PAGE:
"While the anthemic, widescreen nature of the track calls to mind sweeping sun-filled vistas, Atlanta quartet Sealions have taken a turn in the opposite direction for the accompanying video to their brilliant new single ‘Honey‘. Creating a juxtaposition which instantly grabs, the song is constrained only to one dimly lit warehouse space, the exuberance of the rich melodies shown only through the stylistic performance of the lone dancer who twists, dips and weaves to every radiant hook and every pulse of percussion."
"Setting Suns" our second single which debuted on Creative Loafing. Here's what I told them:
"For me, 'Setting Suns' is the most personal track on my band’s new EP, Number One Lover. The song was written about my one true love, during a time we spent apart. Sometimes, two people meeting can be a little too intense to absorb immediately. There has to be separation for a while. It can happen unpredictably and unexpectedly, but eventually you find your way back. That’s 'Setting Suns.' I approached the video treatment in a lighthearted manner, capturing Sealions in the studio recording the track, and then also as we performed it live. My hope was to show the band in human form, performing a song in two very different environments, having fun along the way."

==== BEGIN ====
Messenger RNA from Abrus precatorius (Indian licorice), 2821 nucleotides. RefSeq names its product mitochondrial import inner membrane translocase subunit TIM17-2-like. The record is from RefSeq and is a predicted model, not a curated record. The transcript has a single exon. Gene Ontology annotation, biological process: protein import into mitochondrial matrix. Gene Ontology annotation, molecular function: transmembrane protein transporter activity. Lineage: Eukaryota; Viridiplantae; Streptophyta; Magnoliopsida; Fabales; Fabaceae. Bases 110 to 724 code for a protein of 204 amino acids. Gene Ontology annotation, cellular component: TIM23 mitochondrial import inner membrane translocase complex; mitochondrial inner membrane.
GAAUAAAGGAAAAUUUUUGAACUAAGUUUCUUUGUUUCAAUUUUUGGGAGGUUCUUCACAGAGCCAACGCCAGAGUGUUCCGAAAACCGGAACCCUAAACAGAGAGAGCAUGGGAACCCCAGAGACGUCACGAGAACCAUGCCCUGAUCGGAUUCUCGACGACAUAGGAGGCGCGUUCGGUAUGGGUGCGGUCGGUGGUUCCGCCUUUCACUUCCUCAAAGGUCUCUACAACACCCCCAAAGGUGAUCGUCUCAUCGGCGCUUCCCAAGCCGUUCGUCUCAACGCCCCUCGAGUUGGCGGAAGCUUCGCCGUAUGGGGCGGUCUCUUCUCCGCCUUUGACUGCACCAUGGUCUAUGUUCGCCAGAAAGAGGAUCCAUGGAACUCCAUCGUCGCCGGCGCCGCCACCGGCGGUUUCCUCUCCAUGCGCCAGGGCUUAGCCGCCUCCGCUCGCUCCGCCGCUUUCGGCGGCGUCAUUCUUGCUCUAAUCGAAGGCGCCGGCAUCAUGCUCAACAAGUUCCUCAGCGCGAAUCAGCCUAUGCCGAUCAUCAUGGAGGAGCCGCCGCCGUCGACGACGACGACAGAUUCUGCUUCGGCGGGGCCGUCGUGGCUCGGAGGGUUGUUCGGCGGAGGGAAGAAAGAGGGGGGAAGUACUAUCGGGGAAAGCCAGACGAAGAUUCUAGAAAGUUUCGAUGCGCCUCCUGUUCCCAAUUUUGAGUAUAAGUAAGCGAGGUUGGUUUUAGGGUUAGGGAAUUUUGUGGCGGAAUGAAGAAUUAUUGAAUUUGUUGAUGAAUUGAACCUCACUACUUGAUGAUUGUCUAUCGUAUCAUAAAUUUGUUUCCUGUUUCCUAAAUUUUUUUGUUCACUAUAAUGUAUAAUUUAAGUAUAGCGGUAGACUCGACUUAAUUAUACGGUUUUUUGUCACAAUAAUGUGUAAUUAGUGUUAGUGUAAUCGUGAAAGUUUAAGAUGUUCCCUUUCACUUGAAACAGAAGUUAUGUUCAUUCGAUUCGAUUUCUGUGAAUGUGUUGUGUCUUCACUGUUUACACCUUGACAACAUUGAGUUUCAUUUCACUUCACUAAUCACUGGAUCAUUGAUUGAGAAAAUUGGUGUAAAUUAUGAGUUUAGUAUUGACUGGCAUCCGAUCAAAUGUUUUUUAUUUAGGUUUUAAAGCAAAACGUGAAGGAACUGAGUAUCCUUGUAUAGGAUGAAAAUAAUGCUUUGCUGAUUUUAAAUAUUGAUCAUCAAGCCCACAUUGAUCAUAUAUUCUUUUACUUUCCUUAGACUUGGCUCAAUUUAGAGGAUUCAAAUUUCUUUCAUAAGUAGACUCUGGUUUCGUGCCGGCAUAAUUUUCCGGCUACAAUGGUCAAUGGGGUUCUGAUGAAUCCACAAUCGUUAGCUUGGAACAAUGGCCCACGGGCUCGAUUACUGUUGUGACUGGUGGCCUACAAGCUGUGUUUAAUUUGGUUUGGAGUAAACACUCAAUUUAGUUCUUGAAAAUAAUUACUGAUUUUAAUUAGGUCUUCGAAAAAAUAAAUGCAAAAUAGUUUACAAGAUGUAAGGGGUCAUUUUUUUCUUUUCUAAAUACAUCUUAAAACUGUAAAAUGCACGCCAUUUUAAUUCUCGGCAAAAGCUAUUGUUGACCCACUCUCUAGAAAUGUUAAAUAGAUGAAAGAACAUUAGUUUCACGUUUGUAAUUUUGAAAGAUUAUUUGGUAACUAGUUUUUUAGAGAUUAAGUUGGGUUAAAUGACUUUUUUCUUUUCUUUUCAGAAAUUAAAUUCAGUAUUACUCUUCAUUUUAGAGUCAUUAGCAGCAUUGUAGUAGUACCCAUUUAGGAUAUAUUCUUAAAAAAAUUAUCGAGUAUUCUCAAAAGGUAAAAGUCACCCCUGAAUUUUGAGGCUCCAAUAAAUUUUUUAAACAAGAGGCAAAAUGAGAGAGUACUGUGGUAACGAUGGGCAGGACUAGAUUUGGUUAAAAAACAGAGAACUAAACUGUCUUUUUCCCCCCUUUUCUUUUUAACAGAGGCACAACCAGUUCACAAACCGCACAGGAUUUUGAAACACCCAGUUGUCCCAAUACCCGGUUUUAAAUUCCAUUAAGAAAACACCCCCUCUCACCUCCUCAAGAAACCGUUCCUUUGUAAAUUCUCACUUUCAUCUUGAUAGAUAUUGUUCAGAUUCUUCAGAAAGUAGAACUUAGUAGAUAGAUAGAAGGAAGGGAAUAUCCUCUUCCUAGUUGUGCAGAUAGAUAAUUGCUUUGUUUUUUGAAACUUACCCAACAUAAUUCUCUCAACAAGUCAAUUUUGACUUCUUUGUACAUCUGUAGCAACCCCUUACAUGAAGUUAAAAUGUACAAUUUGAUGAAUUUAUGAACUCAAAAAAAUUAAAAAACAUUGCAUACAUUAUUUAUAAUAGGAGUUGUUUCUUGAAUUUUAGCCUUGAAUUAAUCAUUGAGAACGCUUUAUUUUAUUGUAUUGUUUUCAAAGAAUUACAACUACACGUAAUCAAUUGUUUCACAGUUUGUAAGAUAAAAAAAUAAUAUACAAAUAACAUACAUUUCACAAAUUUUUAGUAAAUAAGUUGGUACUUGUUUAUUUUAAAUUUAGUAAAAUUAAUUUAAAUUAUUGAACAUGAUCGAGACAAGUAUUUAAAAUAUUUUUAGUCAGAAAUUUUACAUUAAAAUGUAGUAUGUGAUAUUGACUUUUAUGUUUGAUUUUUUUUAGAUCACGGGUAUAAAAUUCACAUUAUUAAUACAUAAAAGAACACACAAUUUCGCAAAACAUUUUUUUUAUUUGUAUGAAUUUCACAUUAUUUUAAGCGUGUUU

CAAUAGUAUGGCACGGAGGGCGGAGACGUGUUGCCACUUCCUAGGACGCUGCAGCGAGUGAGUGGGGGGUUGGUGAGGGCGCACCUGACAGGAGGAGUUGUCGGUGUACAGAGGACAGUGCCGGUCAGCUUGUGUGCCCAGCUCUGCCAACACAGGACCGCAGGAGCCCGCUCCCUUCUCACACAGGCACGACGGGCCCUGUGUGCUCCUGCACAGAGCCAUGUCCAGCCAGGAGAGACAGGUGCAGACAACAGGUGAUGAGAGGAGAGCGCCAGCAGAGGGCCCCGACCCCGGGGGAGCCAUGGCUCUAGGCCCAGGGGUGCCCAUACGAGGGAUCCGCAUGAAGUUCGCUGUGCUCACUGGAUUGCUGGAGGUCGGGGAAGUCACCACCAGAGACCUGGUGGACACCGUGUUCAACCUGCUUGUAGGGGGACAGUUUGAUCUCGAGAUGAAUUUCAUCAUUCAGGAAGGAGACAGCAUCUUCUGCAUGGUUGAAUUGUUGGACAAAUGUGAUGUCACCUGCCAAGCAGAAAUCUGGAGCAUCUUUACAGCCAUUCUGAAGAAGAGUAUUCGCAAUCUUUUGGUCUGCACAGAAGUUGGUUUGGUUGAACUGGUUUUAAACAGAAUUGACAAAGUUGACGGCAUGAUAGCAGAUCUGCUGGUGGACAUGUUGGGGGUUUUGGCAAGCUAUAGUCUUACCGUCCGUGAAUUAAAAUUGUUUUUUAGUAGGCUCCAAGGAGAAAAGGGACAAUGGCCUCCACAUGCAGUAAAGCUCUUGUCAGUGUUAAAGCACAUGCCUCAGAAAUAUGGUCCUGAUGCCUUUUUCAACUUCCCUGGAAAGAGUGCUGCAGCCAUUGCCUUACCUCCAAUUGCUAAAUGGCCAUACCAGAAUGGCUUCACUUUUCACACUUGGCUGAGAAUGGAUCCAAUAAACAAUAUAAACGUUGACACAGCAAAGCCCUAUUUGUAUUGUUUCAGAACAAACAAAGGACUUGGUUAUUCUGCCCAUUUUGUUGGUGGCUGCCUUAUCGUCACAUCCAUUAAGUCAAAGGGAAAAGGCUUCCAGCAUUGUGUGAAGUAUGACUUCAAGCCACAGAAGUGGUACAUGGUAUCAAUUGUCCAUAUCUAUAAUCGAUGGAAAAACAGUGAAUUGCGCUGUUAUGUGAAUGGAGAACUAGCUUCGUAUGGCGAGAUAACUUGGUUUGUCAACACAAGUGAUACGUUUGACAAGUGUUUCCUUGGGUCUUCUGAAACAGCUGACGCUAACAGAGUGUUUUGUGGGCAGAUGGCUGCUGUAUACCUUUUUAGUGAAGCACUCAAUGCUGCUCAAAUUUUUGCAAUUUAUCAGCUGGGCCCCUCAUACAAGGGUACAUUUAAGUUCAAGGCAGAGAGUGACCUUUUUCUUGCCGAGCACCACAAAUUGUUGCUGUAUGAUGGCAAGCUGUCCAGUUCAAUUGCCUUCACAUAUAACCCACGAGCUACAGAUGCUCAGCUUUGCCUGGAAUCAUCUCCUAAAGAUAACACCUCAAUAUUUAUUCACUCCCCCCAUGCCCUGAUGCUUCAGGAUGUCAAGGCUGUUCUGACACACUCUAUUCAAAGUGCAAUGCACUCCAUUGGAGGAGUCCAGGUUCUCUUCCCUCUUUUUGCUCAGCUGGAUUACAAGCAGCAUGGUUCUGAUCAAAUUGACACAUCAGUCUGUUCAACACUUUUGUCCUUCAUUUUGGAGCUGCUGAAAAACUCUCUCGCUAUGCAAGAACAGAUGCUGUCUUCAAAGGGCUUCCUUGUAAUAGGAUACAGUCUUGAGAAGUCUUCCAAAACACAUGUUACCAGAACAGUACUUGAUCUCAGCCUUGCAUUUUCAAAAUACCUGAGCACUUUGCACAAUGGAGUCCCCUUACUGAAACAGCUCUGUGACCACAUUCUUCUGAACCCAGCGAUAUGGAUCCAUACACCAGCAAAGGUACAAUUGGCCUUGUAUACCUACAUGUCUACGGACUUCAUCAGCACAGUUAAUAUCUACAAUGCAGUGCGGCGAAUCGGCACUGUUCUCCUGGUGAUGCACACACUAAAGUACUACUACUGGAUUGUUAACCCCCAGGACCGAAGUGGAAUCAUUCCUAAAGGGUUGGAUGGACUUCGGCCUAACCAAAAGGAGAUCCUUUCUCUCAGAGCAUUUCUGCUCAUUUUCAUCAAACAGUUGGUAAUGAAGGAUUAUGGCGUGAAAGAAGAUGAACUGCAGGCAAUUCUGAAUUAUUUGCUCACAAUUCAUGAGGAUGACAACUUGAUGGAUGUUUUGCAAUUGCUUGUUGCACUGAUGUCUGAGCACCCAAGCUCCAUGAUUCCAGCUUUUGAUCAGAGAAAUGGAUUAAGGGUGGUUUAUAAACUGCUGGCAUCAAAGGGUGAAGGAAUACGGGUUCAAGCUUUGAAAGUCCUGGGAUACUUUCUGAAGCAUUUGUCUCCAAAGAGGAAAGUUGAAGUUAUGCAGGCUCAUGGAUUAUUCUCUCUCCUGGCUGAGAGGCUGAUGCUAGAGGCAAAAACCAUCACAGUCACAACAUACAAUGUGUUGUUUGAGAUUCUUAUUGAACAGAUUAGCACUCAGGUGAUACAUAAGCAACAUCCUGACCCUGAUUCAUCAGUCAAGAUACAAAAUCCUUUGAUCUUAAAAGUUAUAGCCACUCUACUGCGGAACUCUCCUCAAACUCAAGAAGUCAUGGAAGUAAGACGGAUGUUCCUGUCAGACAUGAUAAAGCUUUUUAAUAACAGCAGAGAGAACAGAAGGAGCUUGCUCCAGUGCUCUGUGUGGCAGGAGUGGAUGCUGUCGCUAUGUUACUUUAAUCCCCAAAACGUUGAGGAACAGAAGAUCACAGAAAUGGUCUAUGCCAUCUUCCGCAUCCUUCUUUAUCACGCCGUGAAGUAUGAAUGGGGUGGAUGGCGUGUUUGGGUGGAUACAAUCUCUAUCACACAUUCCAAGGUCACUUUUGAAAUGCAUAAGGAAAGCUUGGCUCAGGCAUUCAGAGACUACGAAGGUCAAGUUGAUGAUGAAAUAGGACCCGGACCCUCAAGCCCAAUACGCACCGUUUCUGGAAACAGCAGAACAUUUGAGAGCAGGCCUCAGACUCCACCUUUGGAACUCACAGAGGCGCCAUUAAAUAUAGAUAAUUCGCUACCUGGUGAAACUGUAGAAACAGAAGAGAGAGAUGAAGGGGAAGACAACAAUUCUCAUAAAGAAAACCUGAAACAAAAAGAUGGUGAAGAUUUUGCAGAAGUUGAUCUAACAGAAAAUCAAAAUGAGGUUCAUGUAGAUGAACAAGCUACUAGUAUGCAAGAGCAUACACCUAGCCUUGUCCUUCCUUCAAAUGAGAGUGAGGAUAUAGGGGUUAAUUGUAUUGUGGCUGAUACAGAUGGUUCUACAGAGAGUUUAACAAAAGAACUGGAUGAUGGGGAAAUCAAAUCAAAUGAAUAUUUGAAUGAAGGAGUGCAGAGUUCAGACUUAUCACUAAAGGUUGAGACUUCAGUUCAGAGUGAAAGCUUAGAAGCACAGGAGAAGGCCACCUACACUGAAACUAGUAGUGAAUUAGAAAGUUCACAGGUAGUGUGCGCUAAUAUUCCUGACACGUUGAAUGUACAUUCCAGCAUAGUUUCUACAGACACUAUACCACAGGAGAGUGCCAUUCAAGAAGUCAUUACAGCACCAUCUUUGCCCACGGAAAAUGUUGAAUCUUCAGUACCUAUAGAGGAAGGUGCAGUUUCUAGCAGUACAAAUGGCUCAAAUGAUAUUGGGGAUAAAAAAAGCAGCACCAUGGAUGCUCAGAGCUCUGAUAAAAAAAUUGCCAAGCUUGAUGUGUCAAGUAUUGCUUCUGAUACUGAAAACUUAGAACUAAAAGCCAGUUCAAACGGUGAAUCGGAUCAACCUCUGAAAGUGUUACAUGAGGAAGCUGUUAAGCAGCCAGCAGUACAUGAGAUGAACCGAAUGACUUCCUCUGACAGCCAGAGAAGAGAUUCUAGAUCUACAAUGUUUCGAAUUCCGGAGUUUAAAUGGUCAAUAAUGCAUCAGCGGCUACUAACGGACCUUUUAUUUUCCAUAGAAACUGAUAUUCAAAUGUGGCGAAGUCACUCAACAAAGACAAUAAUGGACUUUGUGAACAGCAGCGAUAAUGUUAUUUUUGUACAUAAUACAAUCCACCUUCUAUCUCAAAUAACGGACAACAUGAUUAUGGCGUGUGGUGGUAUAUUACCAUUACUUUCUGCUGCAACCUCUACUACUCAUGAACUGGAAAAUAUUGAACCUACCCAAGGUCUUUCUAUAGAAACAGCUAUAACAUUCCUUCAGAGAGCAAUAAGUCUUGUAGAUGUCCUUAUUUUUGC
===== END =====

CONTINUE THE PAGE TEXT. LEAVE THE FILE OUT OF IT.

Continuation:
Director: Kevin Byrd
Director of Photography: Troy Stains
Producer: Jason Travis
Editor: Troy Stains & Jason Travis
Dancer/Choreographer: MaryGrace Phillips
Dolly Grip: Ricky Aguirre
Hair & Makeup: Zoe Simone Bulboff
Assitants: Joey Patino, Keith Edmiston, Sophia Veitch, Allie Bashuk, Annabelle Byrd
Location Manager: Justin Newton
Shot at The Goat Farm, Atlanta
Director: Jason Travis
Cameras: Jason Travis, Troy Stains, Wil Hughes, Dan Depew
Editor: Jason Travis
Shot at Maze Studios and The EARL, Atlanta
"Honey" and "Setting Suns" appear on Sealions' EP Number One Lover / Deer Bear Wolf Records
© 2014 SEALIONS
Written by Sealions (Jason Travis & Joey Patino). Performed by Sealions (Jason Travis, Joey Patino, Keith Edmiston, John Craig). Produced, Mixed, and Engineered by Jason Kingsland at Maze Studios. Atlanta, GA. Co-produced by Joey Patino. Mastered by John Golden & April Golden at Golden Mastering. Ventura, CA.